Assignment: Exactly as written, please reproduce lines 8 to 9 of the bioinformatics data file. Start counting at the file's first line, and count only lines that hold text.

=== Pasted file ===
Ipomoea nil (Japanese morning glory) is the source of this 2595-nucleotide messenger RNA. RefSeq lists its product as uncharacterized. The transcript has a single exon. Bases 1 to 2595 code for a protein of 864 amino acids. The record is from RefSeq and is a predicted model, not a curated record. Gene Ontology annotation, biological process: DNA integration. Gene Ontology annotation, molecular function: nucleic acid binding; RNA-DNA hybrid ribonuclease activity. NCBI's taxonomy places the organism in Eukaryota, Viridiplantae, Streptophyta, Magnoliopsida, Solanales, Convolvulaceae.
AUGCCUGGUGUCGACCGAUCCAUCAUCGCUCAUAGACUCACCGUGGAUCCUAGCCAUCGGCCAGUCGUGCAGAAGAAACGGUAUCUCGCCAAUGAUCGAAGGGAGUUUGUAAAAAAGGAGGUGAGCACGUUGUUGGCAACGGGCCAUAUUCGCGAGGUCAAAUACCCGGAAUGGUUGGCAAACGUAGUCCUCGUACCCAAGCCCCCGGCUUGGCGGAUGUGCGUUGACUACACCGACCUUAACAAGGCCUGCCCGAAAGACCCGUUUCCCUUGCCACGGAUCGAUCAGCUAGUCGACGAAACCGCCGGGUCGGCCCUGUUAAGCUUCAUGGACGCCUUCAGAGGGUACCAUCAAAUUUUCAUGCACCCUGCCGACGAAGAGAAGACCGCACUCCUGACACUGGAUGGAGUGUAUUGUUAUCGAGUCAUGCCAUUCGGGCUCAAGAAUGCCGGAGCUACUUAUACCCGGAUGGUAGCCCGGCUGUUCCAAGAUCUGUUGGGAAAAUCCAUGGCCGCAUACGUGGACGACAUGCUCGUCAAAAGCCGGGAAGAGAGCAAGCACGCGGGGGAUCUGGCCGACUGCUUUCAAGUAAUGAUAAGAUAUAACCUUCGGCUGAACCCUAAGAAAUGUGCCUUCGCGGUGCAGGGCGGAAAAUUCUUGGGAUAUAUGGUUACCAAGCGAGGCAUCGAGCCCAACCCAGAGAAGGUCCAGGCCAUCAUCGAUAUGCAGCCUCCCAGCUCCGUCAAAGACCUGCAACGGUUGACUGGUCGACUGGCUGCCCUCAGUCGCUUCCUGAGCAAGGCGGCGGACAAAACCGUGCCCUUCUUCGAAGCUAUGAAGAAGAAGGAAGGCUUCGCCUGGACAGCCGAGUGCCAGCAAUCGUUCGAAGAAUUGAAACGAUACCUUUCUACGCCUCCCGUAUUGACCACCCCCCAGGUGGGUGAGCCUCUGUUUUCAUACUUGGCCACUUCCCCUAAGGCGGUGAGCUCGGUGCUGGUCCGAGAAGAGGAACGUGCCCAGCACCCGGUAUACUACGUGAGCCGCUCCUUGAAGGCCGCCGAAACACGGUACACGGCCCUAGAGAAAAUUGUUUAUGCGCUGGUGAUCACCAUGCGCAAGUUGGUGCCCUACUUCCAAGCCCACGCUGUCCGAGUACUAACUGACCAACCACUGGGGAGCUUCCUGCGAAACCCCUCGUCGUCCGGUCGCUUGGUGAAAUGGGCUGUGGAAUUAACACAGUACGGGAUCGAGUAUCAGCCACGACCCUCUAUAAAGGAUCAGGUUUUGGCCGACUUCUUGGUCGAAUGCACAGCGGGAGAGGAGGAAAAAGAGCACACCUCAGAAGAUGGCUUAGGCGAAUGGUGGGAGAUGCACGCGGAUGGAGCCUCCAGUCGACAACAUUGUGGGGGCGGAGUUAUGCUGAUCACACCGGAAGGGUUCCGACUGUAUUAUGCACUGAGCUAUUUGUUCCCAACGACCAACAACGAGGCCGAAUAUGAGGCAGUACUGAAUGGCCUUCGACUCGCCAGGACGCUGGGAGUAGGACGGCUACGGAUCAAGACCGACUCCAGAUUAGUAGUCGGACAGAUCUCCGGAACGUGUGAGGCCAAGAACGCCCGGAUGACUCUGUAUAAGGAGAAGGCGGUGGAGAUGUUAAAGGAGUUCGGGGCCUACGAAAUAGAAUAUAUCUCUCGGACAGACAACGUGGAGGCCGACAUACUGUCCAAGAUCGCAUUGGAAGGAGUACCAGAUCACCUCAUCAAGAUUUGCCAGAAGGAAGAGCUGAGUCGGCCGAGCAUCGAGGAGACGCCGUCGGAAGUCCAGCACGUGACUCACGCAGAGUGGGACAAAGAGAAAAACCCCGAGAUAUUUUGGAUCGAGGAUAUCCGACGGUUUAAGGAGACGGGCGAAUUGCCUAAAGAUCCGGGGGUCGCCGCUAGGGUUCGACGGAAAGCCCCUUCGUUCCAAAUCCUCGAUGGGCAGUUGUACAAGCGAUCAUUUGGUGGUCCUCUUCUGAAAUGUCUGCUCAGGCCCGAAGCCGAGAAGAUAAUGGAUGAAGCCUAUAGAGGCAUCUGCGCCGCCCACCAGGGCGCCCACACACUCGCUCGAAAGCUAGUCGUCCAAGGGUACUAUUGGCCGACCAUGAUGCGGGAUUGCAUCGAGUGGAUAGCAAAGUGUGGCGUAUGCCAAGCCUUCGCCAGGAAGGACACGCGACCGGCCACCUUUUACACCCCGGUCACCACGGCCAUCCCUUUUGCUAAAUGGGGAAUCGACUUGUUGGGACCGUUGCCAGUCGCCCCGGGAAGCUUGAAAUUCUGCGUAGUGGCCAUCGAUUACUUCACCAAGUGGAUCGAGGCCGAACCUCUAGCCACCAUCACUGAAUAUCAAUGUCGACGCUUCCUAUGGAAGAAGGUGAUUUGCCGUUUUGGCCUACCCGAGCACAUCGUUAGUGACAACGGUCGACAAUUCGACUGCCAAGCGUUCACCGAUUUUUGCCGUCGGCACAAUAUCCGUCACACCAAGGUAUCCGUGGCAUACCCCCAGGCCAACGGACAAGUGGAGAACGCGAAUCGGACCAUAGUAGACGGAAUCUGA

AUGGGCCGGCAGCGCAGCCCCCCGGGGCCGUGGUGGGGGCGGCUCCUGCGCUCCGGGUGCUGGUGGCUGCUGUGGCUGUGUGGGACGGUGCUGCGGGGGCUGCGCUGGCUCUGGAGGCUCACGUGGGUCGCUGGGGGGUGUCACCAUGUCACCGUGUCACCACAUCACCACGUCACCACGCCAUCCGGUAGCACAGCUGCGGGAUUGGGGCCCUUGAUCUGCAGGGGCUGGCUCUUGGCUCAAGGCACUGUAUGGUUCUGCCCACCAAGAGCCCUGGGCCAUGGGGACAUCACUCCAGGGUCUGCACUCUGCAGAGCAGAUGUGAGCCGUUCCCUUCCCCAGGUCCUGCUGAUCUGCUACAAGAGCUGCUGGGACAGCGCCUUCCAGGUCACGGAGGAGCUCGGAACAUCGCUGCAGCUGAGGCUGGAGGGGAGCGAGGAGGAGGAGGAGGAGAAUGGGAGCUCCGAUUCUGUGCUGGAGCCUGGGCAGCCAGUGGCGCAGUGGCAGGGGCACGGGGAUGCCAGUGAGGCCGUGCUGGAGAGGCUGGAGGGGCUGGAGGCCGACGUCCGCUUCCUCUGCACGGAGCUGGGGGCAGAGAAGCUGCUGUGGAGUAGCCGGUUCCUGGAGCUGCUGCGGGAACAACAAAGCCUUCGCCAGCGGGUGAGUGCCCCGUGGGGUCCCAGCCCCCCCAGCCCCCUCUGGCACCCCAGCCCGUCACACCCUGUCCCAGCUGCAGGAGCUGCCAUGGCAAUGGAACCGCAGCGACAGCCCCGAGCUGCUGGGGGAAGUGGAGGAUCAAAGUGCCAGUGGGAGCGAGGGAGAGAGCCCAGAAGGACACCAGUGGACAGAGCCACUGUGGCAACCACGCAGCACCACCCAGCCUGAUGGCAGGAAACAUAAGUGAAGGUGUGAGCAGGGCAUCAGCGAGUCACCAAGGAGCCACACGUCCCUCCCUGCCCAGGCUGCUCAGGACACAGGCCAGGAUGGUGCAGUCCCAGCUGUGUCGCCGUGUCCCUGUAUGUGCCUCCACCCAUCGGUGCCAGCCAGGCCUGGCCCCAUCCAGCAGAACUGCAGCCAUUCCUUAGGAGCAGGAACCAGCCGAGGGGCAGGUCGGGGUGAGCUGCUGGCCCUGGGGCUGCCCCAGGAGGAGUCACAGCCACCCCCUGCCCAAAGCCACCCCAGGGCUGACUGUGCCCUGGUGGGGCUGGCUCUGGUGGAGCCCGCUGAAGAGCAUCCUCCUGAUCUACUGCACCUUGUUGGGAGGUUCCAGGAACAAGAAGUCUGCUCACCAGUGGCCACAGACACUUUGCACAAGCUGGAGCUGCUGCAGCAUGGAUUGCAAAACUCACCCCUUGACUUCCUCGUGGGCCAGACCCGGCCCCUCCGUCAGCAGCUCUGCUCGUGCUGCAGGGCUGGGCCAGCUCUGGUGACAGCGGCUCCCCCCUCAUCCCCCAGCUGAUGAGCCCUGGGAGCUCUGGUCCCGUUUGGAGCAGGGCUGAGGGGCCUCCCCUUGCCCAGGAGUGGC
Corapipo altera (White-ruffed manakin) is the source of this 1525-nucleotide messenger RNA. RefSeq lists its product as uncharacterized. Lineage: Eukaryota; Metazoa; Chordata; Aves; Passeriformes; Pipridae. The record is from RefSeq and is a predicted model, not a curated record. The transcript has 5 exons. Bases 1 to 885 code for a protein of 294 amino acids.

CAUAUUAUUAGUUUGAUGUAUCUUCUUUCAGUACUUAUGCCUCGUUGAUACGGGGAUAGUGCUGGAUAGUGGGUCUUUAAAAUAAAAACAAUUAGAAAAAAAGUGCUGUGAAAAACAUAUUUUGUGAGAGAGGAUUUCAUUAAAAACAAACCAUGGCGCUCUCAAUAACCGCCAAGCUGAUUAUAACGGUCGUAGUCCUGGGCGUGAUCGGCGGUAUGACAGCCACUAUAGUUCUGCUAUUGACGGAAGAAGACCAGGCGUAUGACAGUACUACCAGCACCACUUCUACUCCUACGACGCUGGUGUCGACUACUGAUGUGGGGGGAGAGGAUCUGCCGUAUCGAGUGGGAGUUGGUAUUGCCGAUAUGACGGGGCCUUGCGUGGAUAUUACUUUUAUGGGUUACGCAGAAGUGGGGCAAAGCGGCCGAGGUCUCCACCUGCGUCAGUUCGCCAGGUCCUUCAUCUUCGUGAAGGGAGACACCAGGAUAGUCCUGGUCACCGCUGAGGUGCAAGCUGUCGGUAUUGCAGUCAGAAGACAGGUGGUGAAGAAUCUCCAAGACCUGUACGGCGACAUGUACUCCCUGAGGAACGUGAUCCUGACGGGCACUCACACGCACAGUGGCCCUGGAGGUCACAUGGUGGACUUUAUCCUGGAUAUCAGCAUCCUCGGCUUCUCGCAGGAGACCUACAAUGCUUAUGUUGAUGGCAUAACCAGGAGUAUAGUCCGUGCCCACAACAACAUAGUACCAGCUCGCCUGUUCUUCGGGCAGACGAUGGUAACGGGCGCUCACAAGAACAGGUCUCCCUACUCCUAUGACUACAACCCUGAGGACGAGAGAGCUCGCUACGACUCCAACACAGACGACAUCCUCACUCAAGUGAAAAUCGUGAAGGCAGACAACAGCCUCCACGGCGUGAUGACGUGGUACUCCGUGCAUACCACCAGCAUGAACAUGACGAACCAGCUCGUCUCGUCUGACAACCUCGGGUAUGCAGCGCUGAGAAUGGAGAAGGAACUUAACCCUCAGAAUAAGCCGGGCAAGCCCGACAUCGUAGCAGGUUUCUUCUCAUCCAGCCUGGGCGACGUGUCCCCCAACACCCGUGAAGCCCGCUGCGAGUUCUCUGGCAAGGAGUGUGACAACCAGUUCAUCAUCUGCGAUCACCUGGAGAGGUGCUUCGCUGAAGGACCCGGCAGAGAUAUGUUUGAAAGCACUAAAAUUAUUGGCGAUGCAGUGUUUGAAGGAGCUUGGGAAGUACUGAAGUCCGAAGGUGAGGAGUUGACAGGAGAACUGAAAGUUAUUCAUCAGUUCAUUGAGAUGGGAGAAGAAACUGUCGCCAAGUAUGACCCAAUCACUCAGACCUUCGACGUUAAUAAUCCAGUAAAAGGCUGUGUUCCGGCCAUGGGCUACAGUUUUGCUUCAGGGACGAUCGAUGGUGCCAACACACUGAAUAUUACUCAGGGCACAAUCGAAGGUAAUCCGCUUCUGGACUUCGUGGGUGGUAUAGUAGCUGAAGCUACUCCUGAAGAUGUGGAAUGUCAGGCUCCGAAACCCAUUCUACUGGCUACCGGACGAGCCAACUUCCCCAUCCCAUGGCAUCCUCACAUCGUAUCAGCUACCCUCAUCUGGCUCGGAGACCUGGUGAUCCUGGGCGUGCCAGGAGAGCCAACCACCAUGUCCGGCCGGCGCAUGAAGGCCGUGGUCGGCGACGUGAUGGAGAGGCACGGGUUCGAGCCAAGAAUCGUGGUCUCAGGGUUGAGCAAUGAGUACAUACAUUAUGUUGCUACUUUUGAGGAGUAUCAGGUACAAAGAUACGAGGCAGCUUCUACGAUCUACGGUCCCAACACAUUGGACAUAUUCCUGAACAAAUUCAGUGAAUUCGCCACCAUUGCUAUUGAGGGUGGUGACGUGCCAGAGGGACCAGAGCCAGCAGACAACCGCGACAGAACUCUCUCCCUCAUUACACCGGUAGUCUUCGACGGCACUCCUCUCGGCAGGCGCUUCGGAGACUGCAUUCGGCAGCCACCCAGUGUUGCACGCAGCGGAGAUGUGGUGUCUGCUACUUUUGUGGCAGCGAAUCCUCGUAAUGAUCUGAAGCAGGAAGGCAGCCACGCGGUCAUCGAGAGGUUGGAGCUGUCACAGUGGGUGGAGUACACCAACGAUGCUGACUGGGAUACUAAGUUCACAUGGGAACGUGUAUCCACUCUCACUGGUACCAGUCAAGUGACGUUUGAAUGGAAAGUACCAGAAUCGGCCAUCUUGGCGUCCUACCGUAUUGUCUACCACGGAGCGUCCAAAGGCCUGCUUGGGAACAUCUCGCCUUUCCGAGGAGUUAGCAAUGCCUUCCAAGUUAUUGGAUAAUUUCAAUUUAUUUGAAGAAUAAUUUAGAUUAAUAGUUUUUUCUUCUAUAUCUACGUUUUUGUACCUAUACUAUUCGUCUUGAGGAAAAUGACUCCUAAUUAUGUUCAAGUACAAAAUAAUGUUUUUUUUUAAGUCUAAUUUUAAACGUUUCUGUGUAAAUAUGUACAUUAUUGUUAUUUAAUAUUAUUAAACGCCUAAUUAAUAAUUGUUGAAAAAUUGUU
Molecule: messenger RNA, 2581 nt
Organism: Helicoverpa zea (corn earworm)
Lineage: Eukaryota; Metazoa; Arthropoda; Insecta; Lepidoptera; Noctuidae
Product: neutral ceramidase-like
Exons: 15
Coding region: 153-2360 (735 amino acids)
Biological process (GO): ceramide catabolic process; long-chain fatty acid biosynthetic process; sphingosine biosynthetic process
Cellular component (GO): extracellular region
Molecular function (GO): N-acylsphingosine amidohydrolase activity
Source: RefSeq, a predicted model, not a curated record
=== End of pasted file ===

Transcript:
Lineage: Eukaryota; Metazoa; Arthropoda; Insecta; Lepidoptera; Noctuidae
Product: neutral ceramidase-like